Saturday, 7 December 2013

Rise of a TROUBLEMAKER


Nelson Mandela, who led the emancipation of South Africa from white minority rule and served as his country’s first black president, becoming an international emblem of dignity and forbearance, died Thursday night. He was 95. The South African president, Jacob Zuma, announced Mr Mandela’s death. Mr Mandela had long said he wanted a quiet exit, but the time he spent in a Pretoria hospital this summer was a clamour of quarrelling family, hungry news media, spotlight-seeking politicians and a national outpouring of affection and loss. The vigil eclipsed a visit by President Obama, who paid homage to Mr Mandela but decided not to intrude on the privacy of a dying man he considered his hero.

Mr Mandela ultimately died at home at 8:50 p.m. local time, and he will be buried according to his wishes in the village of Qunu, where he grew up. The exhumed remains of three of his children were reinterred there in early July under a court order, resolving a family squabble that had played out in the news media. Mr Mandela’s quest for freedom took him from the court of tribal royalty to the liberation underground to a prison rock quarry to the presidential suite of Africa’s richest country. And then, when his first term of office was up, unlike so many of the successful revolutionaries he regarded as kindred spirits, he declined a second term and cheerfully handed over power to an elected successor, the country still gnawed by crime, poverty, corruption and disease but a democracy, respected in the world and remarkably at peace.

And as president, from 1994 to 1999, he devoted much energy to moderating the bitterness of his black electorate and to reassuring whites with fears of vengeance.
The explanation for his absence of rancour, at least in part, is that Mr. Mandela was that rarity among revolutionaries and moral dissidents: a capable statesman, comfortable with compromise and impatient with the doctrinaire. When the question was put to Mr. Mandela in an interview for this obituary in 2007 — after such barbarous torment, how do you keep hatred in check? — His answer was almost dismissive: Hating clouds the mind. It gets in the way of strategy. Leaders cannot afford to hate.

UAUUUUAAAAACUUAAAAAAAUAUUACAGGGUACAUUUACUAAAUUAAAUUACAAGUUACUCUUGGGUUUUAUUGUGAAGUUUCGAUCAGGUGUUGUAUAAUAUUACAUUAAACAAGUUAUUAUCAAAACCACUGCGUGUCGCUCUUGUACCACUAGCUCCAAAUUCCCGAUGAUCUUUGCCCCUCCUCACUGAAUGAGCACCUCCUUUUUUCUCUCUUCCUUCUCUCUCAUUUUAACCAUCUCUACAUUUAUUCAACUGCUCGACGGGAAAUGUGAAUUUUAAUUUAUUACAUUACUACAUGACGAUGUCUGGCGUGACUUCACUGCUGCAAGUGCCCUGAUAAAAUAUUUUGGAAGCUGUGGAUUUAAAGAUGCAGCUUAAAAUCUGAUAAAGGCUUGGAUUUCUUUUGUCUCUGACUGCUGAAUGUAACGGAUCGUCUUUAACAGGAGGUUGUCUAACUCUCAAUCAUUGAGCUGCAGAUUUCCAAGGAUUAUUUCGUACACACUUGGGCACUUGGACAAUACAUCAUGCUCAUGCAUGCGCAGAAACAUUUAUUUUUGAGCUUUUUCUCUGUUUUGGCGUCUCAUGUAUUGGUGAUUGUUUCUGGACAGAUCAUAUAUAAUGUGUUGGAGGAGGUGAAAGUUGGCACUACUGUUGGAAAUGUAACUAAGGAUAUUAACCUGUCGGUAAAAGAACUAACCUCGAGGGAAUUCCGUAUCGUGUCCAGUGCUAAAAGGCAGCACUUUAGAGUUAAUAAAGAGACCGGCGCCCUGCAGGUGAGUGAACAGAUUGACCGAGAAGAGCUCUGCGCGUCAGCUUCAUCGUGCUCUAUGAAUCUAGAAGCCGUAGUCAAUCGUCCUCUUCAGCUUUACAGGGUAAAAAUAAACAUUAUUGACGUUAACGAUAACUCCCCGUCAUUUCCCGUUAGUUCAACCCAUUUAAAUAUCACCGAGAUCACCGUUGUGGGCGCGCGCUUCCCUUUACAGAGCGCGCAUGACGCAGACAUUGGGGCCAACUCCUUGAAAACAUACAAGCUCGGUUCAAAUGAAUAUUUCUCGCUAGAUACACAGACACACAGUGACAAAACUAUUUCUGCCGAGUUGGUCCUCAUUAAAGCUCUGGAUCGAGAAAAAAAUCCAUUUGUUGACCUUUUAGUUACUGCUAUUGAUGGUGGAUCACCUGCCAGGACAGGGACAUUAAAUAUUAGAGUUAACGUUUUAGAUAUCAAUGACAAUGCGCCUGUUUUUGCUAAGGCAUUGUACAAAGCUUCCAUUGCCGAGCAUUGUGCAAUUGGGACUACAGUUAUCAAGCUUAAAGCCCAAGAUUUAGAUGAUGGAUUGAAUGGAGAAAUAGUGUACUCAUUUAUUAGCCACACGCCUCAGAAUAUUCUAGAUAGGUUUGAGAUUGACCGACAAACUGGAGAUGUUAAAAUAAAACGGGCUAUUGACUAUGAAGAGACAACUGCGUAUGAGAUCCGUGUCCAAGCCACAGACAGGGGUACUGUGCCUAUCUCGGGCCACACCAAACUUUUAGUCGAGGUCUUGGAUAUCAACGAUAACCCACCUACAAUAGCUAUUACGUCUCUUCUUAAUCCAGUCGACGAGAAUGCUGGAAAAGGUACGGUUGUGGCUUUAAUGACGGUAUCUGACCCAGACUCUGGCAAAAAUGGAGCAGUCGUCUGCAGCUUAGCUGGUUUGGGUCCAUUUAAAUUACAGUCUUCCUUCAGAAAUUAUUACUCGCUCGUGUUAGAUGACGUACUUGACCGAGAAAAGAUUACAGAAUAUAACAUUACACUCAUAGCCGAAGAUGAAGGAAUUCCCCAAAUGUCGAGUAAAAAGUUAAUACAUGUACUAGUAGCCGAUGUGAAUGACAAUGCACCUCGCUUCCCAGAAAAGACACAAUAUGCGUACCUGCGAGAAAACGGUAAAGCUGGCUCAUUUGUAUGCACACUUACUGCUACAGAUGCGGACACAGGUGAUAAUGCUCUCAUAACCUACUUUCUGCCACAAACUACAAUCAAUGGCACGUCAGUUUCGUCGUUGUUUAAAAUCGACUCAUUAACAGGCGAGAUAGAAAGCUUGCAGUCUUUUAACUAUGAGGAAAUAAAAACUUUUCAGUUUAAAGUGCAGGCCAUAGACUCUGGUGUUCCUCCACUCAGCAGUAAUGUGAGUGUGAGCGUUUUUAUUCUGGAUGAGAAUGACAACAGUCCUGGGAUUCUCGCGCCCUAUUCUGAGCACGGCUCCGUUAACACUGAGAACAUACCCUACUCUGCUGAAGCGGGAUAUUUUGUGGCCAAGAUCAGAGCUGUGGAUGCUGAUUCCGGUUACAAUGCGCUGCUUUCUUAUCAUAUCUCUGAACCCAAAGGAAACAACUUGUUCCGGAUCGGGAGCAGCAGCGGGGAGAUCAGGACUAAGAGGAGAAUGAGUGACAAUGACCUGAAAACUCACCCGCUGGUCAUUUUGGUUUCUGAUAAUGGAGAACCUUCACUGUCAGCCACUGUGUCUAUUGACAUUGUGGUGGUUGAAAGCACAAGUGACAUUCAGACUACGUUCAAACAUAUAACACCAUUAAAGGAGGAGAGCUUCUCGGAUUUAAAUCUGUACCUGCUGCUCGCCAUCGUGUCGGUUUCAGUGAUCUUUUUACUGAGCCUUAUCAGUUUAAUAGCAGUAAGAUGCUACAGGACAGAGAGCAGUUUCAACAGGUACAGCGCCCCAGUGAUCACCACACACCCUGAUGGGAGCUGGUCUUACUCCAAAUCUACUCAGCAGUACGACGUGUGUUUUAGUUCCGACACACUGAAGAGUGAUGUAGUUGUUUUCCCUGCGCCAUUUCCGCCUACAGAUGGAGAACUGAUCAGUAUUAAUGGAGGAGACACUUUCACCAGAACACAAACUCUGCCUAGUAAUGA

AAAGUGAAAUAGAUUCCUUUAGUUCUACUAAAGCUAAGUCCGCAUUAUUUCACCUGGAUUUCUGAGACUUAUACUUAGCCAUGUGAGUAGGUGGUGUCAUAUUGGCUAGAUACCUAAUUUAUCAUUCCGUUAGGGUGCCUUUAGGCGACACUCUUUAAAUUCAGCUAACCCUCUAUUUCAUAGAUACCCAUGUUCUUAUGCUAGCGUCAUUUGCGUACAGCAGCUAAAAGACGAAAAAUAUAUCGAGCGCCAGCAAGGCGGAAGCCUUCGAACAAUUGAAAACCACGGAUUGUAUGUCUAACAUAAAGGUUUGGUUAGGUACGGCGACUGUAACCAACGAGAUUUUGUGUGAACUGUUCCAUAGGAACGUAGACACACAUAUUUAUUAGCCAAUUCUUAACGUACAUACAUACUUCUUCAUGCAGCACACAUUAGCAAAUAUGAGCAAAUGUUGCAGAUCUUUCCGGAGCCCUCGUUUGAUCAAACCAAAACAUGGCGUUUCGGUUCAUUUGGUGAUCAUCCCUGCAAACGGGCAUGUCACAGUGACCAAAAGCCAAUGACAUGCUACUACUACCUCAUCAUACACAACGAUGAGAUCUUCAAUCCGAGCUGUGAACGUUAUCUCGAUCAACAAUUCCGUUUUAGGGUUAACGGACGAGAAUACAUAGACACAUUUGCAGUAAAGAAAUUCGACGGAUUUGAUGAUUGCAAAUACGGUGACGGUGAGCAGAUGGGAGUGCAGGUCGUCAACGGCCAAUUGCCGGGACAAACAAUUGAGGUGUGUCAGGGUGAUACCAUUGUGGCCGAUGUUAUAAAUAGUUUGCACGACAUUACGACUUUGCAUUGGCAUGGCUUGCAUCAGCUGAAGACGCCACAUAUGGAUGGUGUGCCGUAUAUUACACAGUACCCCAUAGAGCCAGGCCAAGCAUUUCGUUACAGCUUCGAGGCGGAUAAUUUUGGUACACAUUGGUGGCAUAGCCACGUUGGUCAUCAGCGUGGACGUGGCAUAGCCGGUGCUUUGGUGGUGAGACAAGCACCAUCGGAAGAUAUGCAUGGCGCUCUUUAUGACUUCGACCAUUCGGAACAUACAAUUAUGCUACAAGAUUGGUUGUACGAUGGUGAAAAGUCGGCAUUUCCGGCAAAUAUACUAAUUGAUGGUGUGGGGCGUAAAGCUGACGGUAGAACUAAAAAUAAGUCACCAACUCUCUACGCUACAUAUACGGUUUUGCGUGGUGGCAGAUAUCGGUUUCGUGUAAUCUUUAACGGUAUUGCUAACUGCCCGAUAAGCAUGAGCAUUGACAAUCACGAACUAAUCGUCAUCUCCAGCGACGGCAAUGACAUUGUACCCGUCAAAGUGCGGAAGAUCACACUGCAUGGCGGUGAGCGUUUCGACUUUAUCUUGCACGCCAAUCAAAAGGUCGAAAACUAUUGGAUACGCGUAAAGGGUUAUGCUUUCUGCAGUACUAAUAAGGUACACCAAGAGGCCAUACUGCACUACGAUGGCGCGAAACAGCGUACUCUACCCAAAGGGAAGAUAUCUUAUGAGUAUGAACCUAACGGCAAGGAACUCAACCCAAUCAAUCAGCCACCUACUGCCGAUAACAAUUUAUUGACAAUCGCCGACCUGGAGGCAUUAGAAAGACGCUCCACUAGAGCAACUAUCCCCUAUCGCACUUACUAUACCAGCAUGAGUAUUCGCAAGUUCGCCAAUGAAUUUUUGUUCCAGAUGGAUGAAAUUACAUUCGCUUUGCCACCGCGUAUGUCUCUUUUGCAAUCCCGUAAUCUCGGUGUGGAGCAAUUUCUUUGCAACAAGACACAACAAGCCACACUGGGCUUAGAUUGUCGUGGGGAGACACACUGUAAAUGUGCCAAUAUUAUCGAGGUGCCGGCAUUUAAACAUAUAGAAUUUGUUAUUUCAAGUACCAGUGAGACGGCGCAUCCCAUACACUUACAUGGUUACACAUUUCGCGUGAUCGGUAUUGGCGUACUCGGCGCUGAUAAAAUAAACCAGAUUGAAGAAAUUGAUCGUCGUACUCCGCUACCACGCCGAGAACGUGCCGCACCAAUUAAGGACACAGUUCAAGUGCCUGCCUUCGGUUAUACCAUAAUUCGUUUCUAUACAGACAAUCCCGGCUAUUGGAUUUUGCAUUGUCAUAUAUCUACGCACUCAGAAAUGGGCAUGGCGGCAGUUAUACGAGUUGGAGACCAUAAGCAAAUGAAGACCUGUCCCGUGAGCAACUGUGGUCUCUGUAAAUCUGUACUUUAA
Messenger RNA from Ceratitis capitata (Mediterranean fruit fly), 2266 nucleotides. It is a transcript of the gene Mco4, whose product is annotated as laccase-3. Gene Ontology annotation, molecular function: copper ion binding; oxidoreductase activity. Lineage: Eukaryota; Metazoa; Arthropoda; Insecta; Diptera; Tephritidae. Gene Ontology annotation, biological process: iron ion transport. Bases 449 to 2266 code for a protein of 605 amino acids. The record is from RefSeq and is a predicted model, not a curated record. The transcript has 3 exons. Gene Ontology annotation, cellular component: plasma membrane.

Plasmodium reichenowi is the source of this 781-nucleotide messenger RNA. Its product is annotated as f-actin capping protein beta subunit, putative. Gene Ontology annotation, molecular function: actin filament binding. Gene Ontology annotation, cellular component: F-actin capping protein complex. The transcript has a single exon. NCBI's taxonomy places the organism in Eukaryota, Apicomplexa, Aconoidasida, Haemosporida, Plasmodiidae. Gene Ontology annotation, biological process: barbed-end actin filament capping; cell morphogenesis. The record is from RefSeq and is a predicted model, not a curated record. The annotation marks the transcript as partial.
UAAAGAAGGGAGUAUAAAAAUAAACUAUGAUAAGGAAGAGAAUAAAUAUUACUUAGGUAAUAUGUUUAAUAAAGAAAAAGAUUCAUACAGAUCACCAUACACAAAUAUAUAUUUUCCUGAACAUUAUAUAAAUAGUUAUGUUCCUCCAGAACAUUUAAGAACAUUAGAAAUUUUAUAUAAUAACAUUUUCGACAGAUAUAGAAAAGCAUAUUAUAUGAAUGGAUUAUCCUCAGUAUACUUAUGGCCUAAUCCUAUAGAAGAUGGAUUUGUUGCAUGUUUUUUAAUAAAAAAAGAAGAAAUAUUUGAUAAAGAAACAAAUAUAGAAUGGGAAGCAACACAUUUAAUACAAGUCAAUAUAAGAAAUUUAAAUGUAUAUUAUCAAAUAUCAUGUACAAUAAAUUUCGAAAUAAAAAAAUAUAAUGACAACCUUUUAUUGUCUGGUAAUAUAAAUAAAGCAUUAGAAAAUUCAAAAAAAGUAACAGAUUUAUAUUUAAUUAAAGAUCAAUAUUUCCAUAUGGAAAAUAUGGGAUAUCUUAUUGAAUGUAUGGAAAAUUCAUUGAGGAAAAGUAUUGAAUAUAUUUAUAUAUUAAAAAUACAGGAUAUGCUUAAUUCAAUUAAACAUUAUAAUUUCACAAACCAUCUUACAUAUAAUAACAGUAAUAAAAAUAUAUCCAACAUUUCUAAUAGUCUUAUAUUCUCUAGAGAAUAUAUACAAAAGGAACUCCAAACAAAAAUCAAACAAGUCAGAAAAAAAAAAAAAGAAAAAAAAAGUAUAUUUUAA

Except for a youthful flirtation with Black Nationalism, he seemed to have genuinely transcended the racial passions that tore at his country. Some who worked with him said this apparent magnanimity came easily to him because he always regarded himself as superior to his persecutors. In his five years as president, Mr. Mandela, though still a sainted figure abroad, lost some lustre at home as he strained to hold together a divided populace and to turn a fractious liberation movement into a credible government. Some blacks — including Winnie Madikizela-Mandela, Mr. Mandela’s former wife, who cultivated a following among the most disaffected blacks — complained that he had moved too slowly to narrow the vast gulf between the impoverished black majority and the more prosperous white minority. Some whites said he had failed to control crime, corruption and cronyism. Some blacks deserted government to make money; some whites emigrated, taking capital and knowledge with them.
Undoubtedly Mr. Mandela had become less attentive to the details of governing, turning over the daily responsibilities to the deputy who would succeed him in 1999, Thabo Mbeki.

But few among his countrymen doubted that without his patriarchal authority and political shrewdness, South Africa might well have descended into civil war long before it reached its imperfect state of democracy. After leaving the presidency, Mr. Mandela brought that moral stature to bear elsewhere around the continent, as a peace broker and champion of greater outside investment.